By Steven M. Baule, CIO Advisor
Earlier, I wrote that the little things are important for staff to hear and see. However, apparently either I wasn’t clear enough, or some of my colleagues aren’t taking my advice seriously enough! So, I have to reiterate. Thanks for the forum to rant…. Back to the most basic technology service—communications. Most CIOs are stretched to the limit in schools these days. However, it is more important than ever to communicate and support each other. Sometimes the total lack of responsiveness of some peers drives me nuts.
As a fairly new superintendent, I actually asked another colleague one day why she was calling me for advice on some minor issue. I could think of several other colleagues in the area who probably would have had better advice. She told me that I was about the only one who returned her calls in a timely manner and she had a Board meeting that evening.
Recently, I was speaking with a colleague who is working on becoming a superintendent. I told her that I would help her with that process, assuming that she agreed to my two conditions:
- Always be honest with your peers
- Return your phone calls and e-mails.
About two days later, I suggested she contact another area superintendent for his thoughts on an issue, and she laughed and reminded me of our deal. The superintendent I suggested she call still hadn’t returned a call from more than a month ago. Similarly, I have waited for weeks or more to get a return call from an IT director or CIO on a given query. This is really unacceptable. As I write this, I am waiting over a week for a return call from another of my colleagues who may simply not know how to access her voice mail messages. However, I suspect she doesn’t need anything from me, so maybe my call isn’t getting returned.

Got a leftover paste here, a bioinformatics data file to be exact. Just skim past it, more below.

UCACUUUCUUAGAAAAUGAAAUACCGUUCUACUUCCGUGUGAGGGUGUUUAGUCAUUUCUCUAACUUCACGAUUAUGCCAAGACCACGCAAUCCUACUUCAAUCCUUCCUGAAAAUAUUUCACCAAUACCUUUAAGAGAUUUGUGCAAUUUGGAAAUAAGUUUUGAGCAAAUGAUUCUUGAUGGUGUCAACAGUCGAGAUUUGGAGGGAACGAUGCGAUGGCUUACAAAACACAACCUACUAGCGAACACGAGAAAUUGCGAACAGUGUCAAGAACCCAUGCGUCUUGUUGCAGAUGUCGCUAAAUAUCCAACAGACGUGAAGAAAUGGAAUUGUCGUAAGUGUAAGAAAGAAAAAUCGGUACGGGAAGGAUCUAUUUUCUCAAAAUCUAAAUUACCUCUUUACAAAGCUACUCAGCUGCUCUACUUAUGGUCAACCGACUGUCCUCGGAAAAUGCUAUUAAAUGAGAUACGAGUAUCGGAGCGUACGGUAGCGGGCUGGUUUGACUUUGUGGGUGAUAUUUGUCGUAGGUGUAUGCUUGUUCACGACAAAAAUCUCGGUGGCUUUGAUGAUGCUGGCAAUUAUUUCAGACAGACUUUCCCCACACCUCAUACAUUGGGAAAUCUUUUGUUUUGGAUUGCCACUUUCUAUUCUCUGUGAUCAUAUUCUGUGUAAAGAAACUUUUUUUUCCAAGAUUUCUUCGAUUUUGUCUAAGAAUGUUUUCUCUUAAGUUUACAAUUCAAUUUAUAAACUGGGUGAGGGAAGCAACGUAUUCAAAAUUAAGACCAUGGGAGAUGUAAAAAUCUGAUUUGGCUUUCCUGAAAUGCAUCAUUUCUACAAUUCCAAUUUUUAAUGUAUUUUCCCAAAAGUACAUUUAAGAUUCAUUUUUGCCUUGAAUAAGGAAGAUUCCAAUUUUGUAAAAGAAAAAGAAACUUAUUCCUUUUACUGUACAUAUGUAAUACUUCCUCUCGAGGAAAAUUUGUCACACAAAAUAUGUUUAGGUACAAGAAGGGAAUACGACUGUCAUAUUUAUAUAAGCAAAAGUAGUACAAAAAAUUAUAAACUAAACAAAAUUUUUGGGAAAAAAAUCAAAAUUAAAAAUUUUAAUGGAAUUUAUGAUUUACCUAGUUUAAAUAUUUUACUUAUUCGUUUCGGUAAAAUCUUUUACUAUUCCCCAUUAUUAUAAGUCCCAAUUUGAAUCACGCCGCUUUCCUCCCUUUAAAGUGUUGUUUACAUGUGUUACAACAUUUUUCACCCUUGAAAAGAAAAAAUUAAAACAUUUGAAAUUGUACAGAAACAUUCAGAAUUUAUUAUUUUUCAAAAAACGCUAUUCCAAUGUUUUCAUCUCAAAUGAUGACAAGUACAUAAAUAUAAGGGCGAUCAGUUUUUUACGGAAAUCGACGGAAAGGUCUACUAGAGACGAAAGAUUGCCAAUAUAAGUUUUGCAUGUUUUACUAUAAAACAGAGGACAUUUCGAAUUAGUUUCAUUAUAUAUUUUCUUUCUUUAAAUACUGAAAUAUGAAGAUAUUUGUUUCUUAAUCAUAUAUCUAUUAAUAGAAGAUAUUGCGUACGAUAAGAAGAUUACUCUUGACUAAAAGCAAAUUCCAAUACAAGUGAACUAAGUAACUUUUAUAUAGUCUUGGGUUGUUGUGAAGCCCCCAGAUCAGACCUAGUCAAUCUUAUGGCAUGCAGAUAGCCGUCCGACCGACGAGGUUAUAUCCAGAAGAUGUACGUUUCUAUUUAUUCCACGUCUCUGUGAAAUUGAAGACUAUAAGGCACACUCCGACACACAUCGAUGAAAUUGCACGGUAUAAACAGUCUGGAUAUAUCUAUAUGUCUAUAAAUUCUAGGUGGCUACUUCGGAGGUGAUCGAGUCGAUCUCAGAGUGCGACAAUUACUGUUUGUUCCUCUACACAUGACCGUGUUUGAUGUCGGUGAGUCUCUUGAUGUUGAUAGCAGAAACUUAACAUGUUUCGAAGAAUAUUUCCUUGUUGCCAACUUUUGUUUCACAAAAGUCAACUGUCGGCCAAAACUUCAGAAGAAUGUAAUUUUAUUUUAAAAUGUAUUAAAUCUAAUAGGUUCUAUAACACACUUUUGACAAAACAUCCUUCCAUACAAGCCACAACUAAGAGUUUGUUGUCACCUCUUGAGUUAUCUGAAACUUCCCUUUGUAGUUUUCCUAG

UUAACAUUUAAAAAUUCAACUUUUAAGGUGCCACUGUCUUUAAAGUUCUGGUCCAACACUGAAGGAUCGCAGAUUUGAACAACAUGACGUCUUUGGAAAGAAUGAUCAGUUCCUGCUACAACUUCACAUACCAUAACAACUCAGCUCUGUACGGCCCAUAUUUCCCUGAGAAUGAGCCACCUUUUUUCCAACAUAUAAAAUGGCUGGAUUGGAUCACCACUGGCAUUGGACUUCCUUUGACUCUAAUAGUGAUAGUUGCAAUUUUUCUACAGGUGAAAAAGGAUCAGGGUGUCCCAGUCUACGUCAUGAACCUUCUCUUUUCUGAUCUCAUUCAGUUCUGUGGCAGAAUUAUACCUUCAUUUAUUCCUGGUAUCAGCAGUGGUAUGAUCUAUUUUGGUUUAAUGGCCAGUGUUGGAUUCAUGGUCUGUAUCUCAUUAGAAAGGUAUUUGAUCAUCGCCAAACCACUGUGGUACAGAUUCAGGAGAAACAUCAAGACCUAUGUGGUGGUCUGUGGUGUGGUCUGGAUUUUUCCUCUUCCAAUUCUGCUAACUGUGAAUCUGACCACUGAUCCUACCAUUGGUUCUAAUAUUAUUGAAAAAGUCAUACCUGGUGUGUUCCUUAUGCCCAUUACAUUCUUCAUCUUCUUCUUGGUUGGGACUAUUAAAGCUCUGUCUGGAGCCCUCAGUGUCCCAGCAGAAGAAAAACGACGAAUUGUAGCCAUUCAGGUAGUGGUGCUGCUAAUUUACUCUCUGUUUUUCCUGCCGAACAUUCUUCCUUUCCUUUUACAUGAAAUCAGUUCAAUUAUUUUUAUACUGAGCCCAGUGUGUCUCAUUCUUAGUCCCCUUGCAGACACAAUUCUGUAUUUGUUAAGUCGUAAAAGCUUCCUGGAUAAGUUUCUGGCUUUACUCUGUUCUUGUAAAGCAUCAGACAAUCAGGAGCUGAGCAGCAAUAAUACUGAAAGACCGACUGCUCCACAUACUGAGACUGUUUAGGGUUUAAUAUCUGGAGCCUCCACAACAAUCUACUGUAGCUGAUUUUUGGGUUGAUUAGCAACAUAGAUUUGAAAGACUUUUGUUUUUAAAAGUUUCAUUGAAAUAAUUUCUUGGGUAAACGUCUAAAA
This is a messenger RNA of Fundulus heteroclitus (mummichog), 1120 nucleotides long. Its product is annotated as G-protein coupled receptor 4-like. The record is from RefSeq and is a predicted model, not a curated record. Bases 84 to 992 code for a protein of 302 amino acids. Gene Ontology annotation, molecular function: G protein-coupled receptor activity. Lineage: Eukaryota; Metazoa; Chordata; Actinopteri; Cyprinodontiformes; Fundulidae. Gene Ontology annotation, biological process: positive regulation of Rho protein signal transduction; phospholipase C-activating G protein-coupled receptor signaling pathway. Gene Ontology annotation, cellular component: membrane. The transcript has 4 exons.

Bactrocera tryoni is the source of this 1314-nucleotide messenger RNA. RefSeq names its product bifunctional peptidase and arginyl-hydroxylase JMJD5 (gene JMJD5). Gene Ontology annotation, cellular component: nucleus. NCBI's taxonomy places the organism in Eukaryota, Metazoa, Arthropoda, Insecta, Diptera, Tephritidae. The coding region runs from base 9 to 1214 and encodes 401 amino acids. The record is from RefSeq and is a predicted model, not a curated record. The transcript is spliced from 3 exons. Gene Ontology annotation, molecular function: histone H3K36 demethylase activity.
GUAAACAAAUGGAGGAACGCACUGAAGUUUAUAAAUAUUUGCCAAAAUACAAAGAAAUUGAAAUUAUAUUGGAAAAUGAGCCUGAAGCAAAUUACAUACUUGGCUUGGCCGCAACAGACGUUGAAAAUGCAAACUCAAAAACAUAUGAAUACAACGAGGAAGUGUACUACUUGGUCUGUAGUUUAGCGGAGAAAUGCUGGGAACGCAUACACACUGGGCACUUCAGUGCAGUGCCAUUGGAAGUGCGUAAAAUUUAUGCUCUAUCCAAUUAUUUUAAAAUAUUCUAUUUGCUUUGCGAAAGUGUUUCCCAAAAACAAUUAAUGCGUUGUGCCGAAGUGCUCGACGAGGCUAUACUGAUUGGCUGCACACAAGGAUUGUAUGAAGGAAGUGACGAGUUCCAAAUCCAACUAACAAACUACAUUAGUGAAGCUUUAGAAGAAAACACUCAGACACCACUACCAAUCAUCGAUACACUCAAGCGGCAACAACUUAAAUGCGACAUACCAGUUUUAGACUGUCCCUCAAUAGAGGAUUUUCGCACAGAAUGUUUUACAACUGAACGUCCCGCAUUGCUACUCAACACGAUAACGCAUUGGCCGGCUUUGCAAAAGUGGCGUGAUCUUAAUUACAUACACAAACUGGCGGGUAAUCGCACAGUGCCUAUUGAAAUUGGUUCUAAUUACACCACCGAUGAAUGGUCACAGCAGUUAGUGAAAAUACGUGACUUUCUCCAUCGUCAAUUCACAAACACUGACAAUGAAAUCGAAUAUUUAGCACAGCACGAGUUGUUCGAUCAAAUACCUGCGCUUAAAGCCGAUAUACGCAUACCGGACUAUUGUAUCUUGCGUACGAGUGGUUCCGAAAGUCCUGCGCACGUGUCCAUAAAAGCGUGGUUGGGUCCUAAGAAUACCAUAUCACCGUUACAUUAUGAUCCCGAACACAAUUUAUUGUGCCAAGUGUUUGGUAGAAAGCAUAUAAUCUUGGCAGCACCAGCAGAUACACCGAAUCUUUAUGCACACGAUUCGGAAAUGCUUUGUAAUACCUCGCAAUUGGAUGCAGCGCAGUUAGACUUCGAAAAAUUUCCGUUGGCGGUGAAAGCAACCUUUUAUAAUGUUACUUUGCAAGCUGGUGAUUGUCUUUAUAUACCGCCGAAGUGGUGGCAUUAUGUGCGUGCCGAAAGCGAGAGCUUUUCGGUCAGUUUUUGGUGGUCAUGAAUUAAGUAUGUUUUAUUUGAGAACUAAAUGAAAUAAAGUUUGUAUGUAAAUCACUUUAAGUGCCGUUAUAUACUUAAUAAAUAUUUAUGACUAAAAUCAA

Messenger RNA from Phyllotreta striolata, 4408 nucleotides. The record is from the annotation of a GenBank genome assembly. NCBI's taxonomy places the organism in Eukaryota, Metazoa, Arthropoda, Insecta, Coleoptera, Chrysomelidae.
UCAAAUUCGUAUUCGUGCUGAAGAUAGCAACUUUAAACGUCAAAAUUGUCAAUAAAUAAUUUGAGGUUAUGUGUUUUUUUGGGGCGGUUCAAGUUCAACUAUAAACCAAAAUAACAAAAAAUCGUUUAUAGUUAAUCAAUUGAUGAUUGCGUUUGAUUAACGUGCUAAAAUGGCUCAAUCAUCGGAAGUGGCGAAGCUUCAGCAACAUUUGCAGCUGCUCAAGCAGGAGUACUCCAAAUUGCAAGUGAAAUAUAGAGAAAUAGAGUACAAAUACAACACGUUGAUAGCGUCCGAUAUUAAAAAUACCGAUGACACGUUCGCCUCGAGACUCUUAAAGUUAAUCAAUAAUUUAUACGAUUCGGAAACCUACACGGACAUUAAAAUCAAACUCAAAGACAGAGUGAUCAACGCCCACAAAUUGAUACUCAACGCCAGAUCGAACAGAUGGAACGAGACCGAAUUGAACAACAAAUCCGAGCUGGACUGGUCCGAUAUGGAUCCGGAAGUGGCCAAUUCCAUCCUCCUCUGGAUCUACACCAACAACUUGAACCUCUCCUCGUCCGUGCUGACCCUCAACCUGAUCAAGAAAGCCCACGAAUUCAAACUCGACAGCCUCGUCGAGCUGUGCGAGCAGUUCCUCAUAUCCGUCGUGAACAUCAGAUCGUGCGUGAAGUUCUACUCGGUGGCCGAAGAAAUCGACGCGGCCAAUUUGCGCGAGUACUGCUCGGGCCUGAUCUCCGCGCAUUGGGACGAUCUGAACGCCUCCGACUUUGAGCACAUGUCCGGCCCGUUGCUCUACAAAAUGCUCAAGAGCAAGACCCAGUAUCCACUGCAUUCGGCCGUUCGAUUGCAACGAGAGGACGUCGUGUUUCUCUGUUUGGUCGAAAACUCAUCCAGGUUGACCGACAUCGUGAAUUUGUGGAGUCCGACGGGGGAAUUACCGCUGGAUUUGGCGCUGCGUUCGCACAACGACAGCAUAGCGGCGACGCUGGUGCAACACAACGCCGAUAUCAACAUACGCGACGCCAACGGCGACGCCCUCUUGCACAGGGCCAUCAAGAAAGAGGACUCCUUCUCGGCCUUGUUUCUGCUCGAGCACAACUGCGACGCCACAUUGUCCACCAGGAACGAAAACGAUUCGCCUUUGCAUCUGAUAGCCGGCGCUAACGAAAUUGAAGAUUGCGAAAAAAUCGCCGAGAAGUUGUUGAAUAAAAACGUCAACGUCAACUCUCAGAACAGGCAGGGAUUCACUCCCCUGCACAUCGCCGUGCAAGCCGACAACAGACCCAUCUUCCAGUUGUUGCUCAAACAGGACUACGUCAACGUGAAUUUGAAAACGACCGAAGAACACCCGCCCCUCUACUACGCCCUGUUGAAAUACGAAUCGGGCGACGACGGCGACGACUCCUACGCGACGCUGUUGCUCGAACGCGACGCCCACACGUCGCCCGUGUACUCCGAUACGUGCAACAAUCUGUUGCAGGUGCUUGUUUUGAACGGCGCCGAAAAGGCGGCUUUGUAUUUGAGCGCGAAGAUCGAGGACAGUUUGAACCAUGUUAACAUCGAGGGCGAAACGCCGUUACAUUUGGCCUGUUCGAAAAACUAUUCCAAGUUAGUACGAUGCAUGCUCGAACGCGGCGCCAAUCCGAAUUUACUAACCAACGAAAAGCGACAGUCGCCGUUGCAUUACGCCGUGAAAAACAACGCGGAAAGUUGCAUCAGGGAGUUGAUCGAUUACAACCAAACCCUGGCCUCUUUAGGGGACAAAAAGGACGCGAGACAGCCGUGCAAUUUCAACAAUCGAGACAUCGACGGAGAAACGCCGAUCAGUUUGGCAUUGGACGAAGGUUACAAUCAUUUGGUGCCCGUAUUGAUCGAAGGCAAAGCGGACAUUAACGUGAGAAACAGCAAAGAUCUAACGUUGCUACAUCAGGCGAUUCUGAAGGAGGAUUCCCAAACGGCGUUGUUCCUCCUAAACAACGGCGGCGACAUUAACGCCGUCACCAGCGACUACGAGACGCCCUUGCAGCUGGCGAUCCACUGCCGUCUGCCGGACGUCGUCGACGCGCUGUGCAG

My secretary likes to remind me that I am the only superintendent that she has worked with (she has worked for about eight over the course of her career) that is willing to take parent phone calls and walk ins. She also points out that they usually end up thanking me for speaking with them and leave (or hang up) happy. What I don’t tell her is people simple want to speak to the person in charge and get the information they are seeking or point out their concerns. Rarely are there issues that cannot be solved with a little bit of information giving and time.
So, the first point is respond to your e-mails and phone messages, promptly. The second point is as important. Give accurate information. When I had to hire a principal a couple years ago, I was doing the normal reference checks, but I never was told about the candidate’s inappropriate relationship with another school employee in his then current district. I ultimately learned of that information from one of my Board members, but several of my colleagues were less than honest with me when discussing his qualifications. I had a similar experience lately. In education, our world is already small. Some days, I think that it is not only small but closing in on us. So, it is important that we help each other out and support each other. Please return your messages in any form and give the requesters accurate information.
Probably not the most technology-related topic, but I think anyone in a leadership position needs to communicate to all stakeholders.
P.S. I am taking bets as to whether my phone call to BH gets returned before this gets posted. The smart money will see this posted first.
Steven M. Baule is currently superintendent of North Boone CUSD 200 in Poplar Grove, IL. He has written several books on aspects of library and technology management and planning.